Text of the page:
24 Oct 2009

Truth is stranger than fiction in latest Damon-Soderbergh collaboration


MANILA, Philippines — The bizarre tale of Mark Whitacre, a top-tier executive at a Fortune 100 company who becomes a whistleblower for the FBI, is proof positive of the aphorism that the truth is sometimes stranger than fiction. Whitacre (Matt Damon), the protagonist of Steven Soderbergh’s latest film, “The Informant!,” is a fascinating character who’s very hard to figure out, even after the end of an almost two-hour-long movie about him.


The highest-ranking executive to have ever turned whistleblower in American history, Whitacre exposed the price-fixing conspiracy that his company, Archer Daniels Midland (ADM), was involved in. It’s the 1990s, and ADM, an agribusiness conglomerate, is colluding with several food companies to fix the price of lysine in the world market. They manage to double it and make a lot of money in the process—that is, until Whitacre starts talking to the Feds.

If you think “The Informant!” is like “The Insider,” think again. While the story might be similar to Michael Mann’s 1999 Russell Crowe-starrer, which was about another whistleblower, you can tell how different they are by noting that the title of the former has an exclamation point. That punctuation mark, not to mention the wacky ’70s-style music and the retro font used in the title credits, should tell you that Soderbergh, along with Damon, plans to take you on a spin—and what a loopy ride it turns out to be!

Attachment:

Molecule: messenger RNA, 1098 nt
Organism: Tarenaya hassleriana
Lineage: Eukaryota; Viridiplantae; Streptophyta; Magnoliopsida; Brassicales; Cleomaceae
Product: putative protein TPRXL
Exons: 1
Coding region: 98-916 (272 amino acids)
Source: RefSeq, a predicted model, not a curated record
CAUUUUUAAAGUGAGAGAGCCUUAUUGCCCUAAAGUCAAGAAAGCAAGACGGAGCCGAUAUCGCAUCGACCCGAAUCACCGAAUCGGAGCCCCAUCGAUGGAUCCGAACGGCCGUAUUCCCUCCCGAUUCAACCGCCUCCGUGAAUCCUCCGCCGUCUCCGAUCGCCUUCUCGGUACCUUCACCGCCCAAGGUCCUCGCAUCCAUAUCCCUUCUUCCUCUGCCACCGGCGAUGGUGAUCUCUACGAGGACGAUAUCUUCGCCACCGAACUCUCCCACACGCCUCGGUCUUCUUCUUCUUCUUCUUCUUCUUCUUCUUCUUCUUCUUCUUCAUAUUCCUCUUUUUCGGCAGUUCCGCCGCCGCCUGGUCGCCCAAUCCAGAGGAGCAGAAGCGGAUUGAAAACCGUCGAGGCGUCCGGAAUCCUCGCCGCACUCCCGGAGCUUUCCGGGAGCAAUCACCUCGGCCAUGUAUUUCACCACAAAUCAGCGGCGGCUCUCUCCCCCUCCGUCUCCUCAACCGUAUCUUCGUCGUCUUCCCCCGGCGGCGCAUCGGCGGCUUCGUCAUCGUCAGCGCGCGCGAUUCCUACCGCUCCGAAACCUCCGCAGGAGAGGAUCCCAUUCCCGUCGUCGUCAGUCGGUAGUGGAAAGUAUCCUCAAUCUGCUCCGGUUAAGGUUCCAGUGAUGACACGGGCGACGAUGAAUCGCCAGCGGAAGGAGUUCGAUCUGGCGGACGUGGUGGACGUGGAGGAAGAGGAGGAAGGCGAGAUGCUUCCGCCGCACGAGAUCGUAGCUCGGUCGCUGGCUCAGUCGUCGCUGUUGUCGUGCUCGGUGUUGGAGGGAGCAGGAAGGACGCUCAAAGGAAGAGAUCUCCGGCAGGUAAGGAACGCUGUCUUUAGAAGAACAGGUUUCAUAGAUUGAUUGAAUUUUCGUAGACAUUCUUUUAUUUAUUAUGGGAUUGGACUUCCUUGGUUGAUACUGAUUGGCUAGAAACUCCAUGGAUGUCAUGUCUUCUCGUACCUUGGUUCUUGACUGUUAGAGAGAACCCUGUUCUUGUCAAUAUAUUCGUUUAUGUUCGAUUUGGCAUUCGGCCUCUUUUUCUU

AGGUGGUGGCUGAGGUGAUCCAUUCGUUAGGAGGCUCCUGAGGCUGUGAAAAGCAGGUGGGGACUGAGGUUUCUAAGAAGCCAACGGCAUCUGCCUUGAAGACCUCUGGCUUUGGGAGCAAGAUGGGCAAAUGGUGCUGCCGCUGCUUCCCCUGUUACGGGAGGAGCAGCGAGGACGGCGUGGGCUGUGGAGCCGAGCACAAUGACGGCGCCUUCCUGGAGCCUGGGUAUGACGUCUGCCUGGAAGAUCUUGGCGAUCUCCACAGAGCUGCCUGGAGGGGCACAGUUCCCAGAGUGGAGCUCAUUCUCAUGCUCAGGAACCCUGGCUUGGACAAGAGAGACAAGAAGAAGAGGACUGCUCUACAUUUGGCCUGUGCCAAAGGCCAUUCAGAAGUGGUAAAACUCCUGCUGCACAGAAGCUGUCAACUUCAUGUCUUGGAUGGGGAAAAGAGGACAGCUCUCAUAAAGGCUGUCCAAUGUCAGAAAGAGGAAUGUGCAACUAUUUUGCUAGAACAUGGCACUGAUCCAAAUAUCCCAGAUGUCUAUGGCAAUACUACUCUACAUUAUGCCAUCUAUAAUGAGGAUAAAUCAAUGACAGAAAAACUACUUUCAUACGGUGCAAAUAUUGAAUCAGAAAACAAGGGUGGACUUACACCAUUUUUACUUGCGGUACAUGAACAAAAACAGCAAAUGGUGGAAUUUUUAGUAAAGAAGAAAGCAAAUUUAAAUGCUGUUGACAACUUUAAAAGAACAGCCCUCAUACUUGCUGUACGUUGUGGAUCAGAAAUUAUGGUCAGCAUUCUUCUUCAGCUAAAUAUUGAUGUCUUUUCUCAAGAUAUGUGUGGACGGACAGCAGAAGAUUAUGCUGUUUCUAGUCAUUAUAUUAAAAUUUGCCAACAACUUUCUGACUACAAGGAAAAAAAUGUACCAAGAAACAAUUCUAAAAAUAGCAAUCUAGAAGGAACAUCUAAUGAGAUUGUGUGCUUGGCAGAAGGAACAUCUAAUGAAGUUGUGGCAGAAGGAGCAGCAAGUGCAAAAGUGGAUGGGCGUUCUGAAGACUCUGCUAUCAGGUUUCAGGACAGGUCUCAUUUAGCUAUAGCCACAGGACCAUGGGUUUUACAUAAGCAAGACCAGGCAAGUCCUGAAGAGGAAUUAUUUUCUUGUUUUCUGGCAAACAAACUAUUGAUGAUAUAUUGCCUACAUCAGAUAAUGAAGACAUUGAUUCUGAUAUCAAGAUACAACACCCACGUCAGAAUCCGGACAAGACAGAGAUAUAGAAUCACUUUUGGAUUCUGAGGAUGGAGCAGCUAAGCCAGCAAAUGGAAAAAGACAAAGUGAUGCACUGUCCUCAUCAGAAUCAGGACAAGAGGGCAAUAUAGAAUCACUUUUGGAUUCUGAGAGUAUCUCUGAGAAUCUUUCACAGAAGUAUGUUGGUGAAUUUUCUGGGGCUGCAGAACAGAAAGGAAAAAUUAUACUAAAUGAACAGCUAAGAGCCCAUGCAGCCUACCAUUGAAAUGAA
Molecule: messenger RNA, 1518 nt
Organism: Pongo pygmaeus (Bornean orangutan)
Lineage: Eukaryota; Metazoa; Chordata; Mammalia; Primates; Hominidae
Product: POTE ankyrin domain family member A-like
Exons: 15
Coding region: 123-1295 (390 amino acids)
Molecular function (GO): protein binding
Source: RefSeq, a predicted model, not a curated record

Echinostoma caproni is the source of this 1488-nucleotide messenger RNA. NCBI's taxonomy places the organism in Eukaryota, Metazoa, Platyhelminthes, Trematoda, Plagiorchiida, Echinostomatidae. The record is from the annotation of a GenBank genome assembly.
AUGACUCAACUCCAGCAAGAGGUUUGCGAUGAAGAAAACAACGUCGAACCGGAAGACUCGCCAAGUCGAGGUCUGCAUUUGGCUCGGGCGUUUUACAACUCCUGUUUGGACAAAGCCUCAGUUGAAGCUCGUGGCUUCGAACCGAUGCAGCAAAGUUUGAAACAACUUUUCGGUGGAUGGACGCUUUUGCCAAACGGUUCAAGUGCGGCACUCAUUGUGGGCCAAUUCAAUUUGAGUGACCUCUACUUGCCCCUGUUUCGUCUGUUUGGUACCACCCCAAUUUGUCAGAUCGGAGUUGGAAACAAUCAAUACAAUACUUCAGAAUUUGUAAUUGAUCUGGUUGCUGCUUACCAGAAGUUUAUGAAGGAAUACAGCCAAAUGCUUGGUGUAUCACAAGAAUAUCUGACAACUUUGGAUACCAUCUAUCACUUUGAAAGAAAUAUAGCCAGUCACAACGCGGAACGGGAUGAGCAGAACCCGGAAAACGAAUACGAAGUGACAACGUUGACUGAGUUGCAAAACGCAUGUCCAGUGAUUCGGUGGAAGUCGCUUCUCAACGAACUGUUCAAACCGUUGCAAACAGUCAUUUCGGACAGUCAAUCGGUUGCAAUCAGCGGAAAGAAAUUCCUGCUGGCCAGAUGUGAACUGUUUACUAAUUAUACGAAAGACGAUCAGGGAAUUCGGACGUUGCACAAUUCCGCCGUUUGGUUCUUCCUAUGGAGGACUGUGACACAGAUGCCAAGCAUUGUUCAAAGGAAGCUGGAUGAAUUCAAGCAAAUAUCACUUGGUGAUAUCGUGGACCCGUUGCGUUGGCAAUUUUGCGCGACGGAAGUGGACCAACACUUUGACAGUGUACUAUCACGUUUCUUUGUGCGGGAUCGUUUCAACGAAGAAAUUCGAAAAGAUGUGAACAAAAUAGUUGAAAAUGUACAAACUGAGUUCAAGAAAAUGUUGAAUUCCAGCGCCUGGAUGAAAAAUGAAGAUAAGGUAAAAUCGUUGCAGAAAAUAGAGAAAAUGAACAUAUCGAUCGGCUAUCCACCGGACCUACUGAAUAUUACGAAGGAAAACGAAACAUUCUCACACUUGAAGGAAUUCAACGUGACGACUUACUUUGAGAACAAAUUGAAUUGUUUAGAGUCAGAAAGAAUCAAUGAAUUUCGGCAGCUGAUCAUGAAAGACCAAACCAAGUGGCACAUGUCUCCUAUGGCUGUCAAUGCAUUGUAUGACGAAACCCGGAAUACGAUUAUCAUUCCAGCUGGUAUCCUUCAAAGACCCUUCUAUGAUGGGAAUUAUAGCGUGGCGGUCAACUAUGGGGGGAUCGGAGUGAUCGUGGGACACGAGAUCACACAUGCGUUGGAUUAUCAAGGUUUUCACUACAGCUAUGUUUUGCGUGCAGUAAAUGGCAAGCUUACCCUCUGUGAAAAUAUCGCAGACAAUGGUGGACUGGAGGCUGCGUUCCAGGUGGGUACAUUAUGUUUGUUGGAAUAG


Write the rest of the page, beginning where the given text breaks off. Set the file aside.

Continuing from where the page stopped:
The film is probably the zaniest cinematic depiction you’ll ever see about corporate fraud and the pudgy men in suits who perpetrate it. It’s a serious matter and the production never loses sight of that fact, but it also takes time to relish the absurdity of it all.

The script, written by Scott Z. Burns and based on the book, “The Informant: A True Story” by Kurt Eichenwald, gives us a peek into the life of an immensely inscrutable individual. If you want to know why Whitacre did what he did, you’re not really going to find out completely, but you’ll have a lot of fun trying, anyway.

Matt Damon, who puts on 30 pounds, thick glasses, a toupee and a moustache, is at his most earnest. He will draw you in, make you believe in him and play you like a fish on a line.

Cheery countenance

The actor delivers a deceptively straight performance—his Mark Whitacre looks like any rising executive in America, with his thickening waist, house in the suburbs and cheery countenance—but, don’t be deceived. As the movie progresses, you’ll see what lies beneath the surface.

In fact, you’ll get a taste of it right from the start, since the script requires him to deliver voice-overs throughout the movie. Frequently hilarious and almost always disconnected from what’s going on in the real world, these monologues clue you in on how differently Whitacre functions and add to the film’s overall sense of things not being completely right

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